Author: Kaleb McNeely

Kaleb McNeely

As an associate in the Trial Group, Kaleb practices primarily in the area of commercial litigation, representing clients in a variety of contractual and tort-related disputes.

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Third Circuit to Debt Collectors: “Use Your Real Name”

If you are a debt collector calling to collect a debt and don’t use your “true name,” you may have violated Section 1692e(14) of the Fair Debt Collection Practices Act (“FDCPA”). That is one of the lessons from a recent precedential decision by the Third Circuit Court of Appeals. In Levins et al. v. Healthcare Revenue Recovery Group LLC, the Third Circuit reversed a New...

OCC’s Proposed Charter for Fintech Companies in Limbo

Late last year, the Office of the Comptroller of the Currency announced that a proposed national charter for fintech companies is currently on hold as the OCC’s new Comptroller of the Currency, Joseph Otting, needs additional time to study the proposed charter. Despite the fact that the OCC has not yet granted a national charter for fintech companies, the proposal to do so has already been the subject of two different court challenges by state regulatory authorities.

Law Firm Attempts to Resist Subpoena by Arguing CFPB is Unconstitutional

The constitutionality of the CFPB continues to be an issue in cases involving that agency. The latest party to raise the “CFPB is unconstitutional” defense is a law firm, Seila Law, LLC, which is attempting to evade a civil investigative demand seeking information relating to the CFPB’s litigation against debt relief firm Morgan Drexel Inc. and its affiliates.

A Review of the Law Governing Qualified Written Requests

On January 12, 2017, Judge Failla of the District Court for the Southern District of New York issued an opinion in a case involving QWR-related claims that provides additional guidance regarding the liability risks that mortgage servicers face in connection with QWRs.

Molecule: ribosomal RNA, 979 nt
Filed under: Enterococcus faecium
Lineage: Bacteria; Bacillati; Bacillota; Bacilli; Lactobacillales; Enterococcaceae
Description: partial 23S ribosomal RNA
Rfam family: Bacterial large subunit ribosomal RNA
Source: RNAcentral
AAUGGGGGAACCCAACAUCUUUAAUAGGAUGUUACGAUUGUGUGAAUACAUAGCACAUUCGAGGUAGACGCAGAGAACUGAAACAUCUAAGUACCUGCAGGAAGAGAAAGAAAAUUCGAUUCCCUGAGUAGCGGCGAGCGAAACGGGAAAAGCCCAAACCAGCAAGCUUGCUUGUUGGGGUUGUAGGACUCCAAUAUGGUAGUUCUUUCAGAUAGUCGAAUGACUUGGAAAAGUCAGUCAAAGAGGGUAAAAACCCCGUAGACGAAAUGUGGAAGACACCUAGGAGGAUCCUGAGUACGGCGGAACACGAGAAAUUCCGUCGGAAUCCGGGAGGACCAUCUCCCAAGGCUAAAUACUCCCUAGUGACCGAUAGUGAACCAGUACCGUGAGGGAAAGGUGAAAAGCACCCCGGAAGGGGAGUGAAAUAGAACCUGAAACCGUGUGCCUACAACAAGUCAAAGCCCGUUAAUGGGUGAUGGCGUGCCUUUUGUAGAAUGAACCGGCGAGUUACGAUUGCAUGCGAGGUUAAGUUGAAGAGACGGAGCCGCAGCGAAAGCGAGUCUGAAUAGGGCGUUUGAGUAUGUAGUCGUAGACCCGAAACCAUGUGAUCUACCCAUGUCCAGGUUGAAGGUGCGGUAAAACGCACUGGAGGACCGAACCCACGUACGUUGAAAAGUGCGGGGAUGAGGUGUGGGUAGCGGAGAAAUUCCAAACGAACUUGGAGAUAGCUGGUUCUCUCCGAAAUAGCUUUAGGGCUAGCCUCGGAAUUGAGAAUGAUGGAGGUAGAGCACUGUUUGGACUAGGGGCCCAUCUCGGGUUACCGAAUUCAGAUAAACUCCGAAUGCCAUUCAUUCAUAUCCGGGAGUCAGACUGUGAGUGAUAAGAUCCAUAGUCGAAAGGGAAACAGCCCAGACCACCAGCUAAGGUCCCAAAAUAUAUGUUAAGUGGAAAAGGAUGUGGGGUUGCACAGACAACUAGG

The Long Arm of the CFPB

On the fifth birthday of the Consumer Financial Protection Bureau (“CFPB”), Dorsey attorneys discuss the CFPB’s investigatory powers and explain – through an analysis of three important cases – how the events of early 2016 reveal a changing tide. Click here to read the article published in Corporate Counsel.

When is an Administrative Action Barred by the Dodd-Frank Act’s Three-Year Statute of Limitations? Never, According to the CFPB

Corporate defendants are entitled to the protections afforded by statutes of limitations, which bar claims for conduct long-past and are “vital to the welfare of society.” Recently, however, the Consumer Financial Protection Bureau (“CFPB”) has doubled down on its position that the statute of limitations is inapplicable to enforcement actions brought in a certain category of proceedings.

Recent Changes to the Law Governing Qualified Written Requests

Financial institutions and others involved in the servicing of residential mortgage loans need to be aware of the duties that can be triggered by receipt of a Qualified Written Request (“QWR”), particularly in light of recent changes to the statutory response times applicable to QWRs.